The scanning tunneling microscope is based on quantum tunneling. When a conducting tip is brought very near to the surface to be examined, a bias (voltage difference) applied between the two allows electrons to tunnel through the vacuum between them. The resulting tunneling current is a function of tip position, applied voltage, and the local density of states of the sample.
Information is acquired by monitoring the current as the tip’s position scans across the surface, and is usually displayed in image form. STM can be a challenging technique, as it requires extremely clean and stable surfaces, sharp tips, excellent vibration control and sophisticated electronics. For an STM, good resolution is considered to be 0.1 nm lateral resolution and 0.01 nm depth resolution.
ACSTMs probe the chemistry of insulator surfaces using microwaves reflected from the surface, microwave throughput attenuation and harmonics of the microwaves generated by the tunnel junction. They measure photons emitted from the tunneling junction, excited by the tunneling electrons. This gives tremendous gains in spatial resolution, since the photons only come from the atoms or molecules through which electrons are tunneling.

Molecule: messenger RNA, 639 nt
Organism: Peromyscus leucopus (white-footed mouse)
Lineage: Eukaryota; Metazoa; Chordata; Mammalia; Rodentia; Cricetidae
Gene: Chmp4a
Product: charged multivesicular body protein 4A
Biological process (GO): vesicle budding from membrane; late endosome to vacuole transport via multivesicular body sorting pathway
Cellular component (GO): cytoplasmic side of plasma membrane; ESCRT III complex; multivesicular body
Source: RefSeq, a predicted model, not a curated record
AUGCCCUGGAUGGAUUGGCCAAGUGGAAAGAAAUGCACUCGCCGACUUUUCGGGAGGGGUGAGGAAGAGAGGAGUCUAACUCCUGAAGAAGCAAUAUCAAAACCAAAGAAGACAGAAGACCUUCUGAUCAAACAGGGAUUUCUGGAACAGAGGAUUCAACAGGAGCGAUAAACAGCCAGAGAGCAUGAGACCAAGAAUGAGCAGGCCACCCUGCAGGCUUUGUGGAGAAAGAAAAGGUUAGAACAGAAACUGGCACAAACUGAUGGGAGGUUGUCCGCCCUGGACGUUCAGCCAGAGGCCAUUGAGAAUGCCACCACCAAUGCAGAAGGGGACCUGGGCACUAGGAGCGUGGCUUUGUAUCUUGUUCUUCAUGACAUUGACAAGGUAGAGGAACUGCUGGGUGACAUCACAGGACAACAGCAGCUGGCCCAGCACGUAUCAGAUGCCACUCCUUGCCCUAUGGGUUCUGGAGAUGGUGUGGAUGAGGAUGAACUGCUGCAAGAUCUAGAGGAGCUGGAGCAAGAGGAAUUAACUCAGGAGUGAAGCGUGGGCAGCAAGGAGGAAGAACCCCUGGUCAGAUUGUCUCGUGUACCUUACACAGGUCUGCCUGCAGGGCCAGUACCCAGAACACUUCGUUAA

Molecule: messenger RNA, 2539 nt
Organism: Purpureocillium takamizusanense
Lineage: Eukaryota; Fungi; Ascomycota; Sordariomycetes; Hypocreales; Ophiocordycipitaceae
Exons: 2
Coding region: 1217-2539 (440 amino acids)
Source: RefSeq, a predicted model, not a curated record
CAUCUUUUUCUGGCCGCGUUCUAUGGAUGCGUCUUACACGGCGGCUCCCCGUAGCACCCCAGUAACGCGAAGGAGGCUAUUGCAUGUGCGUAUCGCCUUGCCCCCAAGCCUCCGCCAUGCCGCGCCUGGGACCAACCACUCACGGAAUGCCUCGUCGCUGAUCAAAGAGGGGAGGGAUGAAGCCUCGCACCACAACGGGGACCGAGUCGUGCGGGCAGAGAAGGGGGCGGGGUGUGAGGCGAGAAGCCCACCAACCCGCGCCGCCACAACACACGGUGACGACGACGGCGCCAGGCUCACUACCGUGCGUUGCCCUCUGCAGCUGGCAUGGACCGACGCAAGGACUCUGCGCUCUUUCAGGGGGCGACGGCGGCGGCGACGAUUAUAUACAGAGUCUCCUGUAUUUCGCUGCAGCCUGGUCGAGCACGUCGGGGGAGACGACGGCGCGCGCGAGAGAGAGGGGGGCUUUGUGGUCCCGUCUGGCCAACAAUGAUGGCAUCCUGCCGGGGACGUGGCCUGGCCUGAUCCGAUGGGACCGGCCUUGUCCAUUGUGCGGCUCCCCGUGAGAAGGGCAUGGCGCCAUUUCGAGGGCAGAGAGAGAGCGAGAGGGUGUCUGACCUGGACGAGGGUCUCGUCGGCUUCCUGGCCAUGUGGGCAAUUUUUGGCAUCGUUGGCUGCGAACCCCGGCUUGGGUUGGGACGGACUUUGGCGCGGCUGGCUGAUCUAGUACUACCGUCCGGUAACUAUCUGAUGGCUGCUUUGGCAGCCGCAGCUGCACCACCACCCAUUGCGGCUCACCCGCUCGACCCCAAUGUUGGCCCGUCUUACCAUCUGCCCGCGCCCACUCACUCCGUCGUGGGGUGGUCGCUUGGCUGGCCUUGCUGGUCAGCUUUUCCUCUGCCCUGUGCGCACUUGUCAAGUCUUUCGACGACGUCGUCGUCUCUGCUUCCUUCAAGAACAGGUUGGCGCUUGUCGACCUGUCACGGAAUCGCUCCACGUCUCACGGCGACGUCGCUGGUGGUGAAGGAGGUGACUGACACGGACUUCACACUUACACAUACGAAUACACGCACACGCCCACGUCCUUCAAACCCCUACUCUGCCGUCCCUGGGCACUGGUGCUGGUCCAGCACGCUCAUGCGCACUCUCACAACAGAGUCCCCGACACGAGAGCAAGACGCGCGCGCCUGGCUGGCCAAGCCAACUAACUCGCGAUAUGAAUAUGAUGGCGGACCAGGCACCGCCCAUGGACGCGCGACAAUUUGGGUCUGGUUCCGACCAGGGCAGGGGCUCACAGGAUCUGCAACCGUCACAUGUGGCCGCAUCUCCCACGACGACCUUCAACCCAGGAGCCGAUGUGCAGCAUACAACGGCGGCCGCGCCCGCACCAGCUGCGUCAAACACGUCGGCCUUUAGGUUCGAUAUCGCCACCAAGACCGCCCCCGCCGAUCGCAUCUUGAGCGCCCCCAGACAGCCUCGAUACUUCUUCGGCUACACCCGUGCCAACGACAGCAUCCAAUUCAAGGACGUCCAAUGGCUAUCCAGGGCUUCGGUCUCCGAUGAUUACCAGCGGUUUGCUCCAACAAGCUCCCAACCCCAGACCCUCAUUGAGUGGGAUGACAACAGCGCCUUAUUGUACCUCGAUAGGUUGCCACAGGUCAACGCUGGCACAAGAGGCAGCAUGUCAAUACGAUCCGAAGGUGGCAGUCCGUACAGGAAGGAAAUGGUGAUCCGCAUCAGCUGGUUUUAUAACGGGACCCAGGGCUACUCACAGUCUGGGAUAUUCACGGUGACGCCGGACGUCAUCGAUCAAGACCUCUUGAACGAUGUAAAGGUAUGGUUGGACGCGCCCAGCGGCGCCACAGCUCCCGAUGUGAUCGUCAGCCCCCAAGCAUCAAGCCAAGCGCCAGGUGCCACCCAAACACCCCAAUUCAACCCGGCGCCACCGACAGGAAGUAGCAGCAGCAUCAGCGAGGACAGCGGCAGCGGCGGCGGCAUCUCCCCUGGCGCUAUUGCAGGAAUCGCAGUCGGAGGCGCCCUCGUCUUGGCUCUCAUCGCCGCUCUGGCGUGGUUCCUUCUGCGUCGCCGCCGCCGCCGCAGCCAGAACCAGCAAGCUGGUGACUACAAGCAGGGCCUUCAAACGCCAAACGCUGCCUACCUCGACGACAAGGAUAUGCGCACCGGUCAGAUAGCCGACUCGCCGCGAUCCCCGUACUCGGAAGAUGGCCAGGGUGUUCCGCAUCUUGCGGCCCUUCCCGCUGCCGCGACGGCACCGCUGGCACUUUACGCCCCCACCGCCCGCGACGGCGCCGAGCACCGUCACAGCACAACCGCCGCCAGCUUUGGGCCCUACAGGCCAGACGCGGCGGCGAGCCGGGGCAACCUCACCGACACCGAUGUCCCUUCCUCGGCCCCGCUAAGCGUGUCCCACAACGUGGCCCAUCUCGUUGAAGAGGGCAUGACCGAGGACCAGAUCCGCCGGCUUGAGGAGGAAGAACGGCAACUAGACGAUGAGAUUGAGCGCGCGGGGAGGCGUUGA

Testing has shown how harmonic amplitudes in nonlinear spectroscopy with the ACSTM can be interpreted in terms of molecular motions, charging and electronic structure. The Weiss Group has used these nonlinearities to study the electronic energies of insulator surface states.
Achieving these nanolevel chemical and spectroscopic data sets requires that the ACSTM be positioned in an ultra-stable operating environment. “The lab was using almost exclusively optical tables on pneumatic isolation,” says McMillan. “One of our big problems has been space constraint. We needed smaller pneumatic optical tables to fit. But as the air tables get smaller, their vibration isolation performance diminishes.”